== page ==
Many academics argue that the world is full of tired old clichés. From the First World War (Cranfield, 2012) and metaphysics (Moore, 2011) to brand management (Kapferer, 2008) and political realism (McQueen, 2020), they would seem to be present in many areas of study, and usually linger despite being proven to be groundless. Studies in the area of firearms are no exception to this, and we are often confronted with the statement that “guns don’t kill people, people kill people.” (see, for example Stroud (2020); Goldsmith et al (2020)). Pitt (2014) argues in favour of the value neutrality thesis – the idea that guns are neither good nor bad, and that the “the values of the people doing the building are not in the artefacts” (2014: 89) and, while there is value in that argument, this conclusion will explore the different aspects of this statement in light of the discussions in the earlier chapters of the book.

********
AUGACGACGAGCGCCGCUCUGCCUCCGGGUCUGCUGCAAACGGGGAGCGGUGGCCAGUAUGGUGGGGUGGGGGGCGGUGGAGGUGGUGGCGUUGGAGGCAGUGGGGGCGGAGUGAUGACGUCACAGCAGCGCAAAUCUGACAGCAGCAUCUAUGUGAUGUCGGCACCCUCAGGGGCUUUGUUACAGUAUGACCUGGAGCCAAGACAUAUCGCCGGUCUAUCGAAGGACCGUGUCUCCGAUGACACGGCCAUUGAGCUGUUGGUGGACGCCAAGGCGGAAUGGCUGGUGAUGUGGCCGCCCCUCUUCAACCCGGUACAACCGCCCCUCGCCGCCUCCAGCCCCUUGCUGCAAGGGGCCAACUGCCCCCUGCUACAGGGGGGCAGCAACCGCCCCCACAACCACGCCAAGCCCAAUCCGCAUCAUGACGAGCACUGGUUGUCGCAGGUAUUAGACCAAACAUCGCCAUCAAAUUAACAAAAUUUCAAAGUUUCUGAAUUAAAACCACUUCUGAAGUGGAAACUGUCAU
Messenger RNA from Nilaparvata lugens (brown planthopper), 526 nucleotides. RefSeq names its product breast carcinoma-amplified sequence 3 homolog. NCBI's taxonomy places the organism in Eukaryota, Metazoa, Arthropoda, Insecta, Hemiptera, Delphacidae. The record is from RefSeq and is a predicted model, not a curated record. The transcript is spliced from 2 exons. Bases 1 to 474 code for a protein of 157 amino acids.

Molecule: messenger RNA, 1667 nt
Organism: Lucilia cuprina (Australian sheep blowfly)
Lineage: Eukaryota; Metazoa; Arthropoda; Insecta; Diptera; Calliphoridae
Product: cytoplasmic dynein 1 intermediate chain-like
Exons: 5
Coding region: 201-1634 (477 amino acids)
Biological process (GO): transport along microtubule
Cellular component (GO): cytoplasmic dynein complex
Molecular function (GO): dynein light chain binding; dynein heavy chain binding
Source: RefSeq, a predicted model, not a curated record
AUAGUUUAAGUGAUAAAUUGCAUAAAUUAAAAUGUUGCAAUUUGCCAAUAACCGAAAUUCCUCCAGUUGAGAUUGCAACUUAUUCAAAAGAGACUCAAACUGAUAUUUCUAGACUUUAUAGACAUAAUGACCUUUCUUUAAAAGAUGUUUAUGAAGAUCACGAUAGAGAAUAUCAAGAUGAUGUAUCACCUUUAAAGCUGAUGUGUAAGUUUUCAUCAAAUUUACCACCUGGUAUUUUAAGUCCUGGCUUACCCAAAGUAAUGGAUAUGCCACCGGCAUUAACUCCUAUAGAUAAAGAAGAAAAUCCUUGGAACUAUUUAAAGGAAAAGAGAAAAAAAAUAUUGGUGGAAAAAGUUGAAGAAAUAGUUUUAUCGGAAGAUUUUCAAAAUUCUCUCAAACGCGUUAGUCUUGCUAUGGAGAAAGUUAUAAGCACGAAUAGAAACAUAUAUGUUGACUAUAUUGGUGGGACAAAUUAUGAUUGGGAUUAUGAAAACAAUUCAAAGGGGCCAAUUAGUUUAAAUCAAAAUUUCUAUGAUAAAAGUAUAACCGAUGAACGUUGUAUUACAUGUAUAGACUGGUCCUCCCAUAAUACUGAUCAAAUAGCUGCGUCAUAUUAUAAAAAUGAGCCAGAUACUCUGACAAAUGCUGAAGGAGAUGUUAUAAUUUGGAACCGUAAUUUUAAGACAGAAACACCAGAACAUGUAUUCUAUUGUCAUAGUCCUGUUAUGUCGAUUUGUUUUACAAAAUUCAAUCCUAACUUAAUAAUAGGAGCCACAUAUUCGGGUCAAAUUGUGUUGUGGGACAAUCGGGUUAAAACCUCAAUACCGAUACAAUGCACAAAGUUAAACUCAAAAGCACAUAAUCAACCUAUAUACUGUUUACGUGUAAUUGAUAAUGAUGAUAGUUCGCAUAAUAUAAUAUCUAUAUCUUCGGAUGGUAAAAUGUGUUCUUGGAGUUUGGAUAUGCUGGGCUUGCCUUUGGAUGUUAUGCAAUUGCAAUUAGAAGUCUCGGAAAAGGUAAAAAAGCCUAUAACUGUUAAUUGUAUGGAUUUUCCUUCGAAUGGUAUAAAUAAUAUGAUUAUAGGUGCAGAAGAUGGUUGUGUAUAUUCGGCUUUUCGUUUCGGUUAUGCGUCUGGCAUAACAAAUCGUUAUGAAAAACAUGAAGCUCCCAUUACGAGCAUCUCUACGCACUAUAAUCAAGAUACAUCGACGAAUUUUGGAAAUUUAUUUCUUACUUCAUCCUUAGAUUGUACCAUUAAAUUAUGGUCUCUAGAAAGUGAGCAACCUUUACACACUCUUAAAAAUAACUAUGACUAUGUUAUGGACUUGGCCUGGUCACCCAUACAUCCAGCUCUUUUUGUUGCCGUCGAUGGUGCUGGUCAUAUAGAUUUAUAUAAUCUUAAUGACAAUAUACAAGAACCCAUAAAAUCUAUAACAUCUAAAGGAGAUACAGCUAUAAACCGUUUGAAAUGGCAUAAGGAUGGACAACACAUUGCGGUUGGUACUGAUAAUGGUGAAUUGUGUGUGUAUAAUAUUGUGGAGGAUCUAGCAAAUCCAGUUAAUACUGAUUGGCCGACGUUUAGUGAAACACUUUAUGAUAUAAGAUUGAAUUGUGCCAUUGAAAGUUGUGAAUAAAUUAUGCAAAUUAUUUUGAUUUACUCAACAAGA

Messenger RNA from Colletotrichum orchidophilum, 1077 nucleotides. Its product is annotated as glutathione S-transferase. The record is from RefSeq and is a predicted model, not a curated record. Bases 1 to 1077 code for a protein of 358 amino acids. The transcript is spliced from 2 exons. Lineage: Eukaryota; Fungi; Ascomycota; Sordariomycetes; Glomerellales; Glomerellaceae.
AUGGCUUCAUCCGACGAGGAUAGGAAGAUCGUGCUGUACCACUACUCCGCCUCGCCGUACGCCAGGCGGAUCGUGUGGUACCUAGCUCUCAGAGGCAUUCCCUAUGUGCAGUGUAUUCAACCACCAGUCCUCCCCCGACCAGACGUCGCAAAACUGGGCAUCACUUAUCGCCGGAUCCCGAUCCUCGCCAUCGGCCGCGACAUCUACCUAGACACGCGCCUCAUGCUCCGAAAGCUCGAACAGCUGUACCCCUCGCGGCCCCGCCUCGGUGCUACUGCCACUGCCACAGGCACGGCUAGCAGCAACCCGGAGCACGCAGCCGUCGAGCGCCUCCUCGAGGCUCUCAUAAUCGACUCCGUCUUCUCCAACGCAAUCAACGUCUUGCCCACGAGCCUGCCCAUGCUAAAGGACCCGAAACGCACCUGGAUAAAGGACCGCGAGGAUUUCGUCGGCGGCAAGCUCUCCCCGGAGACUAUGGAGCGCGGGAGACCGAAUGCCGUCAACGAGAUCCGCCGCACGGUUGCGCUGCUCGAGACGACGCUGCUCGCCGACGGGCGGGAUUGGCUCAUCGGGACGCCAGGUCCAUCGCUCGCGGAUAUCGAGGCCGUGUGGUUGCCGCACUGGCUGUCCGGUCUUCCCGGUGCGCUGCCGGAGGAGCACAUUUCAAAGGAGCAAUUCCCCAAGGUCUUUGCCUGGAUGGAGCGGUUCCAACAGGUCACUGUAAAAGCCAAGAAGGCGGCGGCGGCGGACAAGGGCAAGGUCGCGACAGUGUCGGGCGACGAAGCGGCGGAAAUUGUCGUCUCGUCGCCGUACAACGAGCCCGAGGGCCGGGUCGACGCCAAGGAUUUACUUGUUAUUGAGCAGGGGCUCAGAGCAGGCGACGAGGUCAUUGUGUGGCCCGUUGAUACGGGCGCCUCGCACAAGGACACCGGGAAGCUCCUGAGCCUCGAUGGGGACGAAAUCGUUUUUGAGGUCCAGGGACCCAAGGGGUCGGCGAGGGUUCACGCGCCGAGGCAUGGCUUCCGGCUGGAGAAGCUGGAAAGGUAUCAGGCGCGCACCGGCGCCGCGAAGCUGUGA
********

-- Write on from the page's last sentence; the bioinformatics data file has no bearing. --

|Title of host publication||Firearms: global perspectives on consequences, crime and control|
|Editors||Simon Sneddon, Helen Poole|
|Publication status||Accepted/In press - 1 Jun 2021|